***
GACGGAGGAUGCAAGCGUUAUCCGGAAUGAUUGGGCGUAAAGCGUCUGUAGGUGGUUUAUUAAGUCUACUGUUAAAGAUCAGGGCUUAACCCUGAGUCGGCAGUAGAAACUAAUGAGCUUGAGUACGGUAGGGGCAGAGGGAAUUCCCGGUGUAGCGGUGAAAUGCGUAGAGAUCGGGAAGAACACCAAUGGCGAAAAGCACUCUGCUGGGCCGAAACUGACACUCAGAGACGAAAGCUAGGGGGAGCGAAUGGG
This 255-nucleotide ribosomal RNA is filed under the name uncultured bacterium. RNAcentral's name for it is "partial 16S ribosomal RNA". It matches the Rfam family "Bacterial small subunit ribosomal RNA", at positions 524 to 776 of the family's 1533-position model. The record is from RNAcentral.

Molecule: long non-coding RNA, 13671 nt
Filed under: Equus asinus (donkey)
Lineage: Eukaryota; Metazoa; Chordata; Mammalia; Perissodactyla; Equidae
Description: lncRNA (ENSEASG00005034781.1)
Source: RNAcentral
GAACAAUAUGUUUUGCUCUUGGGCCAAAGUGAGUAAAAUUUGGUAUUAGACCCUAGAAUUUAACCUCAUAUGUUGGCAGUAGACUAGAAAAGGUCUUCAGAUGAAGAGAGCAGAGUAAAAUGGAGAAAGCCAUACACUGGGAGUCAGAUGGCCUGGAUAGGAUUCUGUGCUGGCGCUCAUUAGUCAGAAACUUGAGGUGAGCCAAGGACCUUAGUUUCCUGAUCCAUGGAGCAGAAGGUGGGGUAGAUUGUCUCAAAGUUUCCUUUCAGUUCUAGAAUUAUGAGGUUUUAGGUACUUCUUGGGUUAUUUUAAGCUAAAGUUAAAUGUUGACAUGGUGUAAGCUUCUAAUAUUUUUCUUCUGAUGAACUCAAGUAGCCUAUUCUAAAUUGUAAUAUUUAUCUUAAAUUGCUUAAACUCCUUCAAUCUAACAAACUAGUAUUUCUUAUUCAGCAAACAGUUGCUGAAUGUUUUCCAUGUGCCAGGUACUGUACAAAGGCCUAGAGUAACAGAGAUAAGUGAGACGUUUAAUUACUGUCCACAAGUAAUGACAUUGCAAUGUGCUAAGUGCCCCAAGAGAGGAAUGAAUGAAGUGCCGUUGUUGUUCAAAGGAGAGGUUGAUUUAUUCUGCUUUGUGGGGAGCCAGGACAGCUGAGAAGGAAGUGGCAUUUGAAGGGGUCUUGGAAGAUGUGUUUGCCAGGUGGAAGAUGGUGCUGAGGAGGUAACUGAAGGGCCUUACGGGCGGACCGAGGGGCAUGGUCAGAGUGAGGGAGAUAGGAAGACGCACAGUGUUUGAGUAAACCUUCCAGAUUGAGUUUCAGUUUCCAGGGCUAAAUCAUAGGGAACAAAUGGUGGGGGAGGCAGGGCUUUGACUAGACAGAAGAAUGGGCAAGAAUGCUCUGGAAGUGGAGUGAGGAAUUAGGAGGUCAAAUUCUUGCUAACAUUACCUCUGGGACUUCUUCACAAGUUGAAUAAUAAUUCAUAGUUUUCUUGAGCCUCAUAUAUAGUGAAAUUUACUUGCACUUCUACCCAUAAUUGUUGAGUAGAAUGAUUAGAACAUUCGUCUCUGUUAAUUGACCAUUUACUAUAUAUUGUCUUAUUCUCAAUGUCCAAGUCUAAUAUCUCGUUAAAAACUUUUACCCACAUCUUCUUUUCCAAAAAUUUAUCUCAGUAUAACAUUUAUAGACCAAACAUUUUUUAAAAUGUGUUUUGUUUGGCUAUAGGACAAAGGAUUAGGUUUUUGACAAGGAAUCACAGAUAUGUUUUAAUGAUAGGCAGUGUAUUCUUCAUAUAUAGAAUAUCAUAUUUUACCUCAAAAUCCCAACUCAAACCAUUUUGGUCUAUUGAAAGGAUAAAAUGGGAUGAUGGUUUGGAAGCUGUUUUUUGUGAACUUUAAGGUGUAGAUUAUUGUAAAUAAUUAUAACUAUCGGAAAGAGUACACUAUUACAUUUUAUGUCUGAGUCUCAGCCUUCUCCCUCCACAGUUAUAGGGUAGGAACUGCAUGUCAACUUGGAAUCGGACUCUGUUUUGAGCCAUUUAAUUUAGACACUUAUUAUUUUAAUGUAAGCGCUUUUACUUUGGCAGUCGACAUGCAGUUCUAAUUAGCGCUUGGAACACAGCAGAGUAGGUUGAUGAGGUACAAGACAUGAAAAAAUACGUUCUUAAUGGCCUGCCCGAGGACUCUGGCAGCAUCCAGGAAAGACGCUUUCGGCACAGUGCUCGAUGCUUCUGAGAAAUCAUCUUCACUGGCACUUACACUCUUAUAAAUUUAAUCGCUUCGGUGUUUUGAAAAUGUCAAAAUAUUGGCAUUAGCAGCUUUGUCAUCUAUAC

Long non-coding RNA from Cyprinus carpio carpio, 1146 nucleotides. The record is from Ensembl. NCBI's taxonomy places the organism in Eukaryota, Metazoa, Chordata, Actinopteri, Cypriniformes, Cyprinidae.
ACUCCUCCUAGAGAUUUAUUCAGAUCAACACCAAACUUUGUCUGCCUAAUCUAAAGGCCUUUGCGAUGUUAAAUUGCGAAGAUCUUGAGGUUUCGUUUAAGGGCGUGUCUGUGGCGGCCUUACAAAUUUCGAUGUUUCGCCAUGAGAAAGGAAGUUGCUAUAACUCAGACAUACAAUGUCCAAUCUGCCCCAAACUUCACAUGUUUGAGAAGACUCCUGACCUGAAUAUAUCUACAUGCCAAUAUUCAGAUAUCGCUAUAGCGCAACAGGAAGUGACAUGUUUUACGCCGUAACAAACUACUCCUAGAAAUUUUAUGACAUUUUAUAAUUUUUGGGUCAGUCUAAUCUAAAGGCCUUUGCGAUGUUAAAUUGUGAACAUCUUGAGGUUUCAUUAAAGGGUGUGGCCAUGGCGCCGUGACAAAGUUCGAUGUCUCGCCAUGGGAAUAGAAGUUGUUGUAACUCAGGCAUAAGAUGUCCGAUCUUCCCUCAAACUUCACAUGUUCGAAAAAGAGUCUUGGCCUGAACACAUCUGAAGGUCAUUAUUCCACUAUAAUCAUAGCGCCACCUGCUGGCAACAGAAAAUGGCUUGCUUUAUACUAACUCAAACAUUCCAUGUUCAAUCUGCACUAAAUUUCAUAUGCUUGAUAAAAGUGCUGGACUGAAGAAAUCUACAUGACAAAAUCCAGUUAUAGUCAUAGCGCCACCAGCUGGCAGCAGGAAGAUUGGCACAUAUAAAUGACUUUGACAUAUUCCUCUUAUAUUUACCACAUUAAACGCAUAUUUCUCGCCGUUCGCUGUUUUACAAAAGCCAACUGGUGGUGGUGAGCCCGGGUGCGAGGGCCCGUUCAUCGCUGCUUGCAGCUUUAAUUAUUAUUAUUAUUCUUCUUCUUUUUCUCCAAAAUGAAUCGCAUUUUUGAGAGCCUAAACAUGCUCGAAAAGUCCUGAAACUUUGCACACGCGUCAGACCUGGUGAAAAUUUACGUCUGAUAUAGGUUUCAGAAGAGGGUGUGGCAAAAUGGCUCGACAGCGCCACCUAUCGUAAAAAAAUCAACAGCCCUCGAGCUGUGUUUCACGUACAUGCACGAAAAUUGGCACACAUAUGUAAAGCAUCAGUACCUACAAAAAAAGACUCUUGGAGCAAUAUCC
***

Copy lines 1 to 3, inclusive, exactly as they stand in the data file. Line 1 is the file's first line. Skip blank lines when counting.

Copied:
GACGGAGGAUGCAAGCGUUAUCCGGAAUGAUUGGGCGUAAAGCGUCUGUAGGUGGUUUAUUAAGUCUACUGUUAAAGAUCAGGGCUUAACCCUGAGUCGGCAGUAGAAACUAAUGAGCUUGAGUACGGUAGGGGCAGAGGGAAUUCCCGGUGUAGCGGUGAAAUGCGUAGAGAUCGGGAAGAACACCAAUGGCGAAAAGCACUCUGCUGGGCCGAAACUGACACUCAGAGACGAAAGCUAGGGGGAGCGAAUGGG
This 255-nucleotide ribosomal RNA is filed under the name uncultured bacterium. RNAcentral's name for it is "partial 16S ribosomal RNA". It matches the Rfam family "Bacterial small subunit ribosomal RNA", at positions 524 to 776 of the family's 1533-position model. The record is from RNAcentral.

Molecule: long non-coding RNA, 13671 nt